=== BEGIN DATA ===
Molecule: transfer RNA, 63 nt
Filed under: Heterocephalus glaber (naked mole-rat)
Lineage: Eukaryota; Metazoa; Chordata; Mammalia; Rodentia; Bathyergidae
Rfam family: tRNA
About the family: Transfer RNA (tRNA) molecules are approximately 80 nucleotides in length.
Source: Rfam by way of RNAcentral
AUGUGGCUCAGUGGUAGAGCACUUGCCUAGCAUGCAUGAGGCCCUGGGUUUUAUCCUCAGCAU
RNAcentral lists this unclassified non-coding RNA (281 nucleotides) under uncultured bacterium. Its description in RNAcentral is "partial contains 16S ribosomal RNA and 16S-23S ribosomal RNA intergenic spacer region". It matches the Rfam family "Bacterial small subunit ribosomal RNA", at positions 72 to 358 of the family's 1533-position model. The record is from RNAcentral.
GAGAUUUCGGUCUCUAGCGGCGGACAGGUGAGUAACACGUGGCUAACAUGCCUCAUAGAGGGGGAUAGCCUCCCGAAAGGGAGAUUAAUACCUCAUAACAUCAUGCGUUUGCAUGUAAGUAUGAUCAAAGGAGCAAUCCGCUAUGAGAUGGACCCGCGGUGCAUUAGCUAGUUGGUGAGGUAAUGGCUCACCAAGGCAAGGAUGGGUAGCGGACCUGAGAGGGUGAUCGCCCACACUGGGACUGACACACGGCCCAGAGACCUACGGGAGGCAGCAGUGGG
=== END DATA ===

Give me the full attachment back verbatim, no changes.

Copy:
Molecule: transfer RNA, 63 nt
Filed under: Heterocephalus glaber (naked mole-rat)
Lineage: Eukaryota; Metazoa; Chordata; Mammalia; Rodentia; Bathyergidae
Rfam family: tRNA
About the family: Transfer RNA (tRNA) molecules are approximately 80 nucleotides in length.
Source: Rfam by way of RNAcentral
AUGUGGCUCAGUGGUAGAGCACUUGCCUAGCAUGCAUGAGGCCCUGGGUUUUAUCCUCAGCAU
RNAcentral lists this unclassified non-coding RNA (281 nucleotides) under uncultured bacterium. Its description in RNAcentral is "partial contains 16S ribosomal RNA and 16S-23S ribosomal RNA intergenic spacer region". It matches the Rfam family "Bacterial small subunit ribosomal RNA", at positions 72 to 358 of the family's 1533-position model. The record is from RNAcentral.
GAGAUUUCGGUCUCUAGCGGCGGACAGGUGAGUAACACGUGGCUAACAUGCCUCAUAGAGGGGGAUAGCCUCCCGAAAGGGAGAUUAAUACCUCAUAACAUCAUGCGUUUGCAUGUAAGUAUGAUCAAAGGAGCAAUCCGCUAUGAGAUGGACCCGCGGUGCAUUAGCUAGUUGGUGAGGUAAUGGCUCACCAAGGCAAGGAUGGGUAGCGGACCUGAGAGGGUGAUCGCCCACACUGGGACUGACACACGGCCCAGAGACCUACGGGAGGCAGCAGUGGG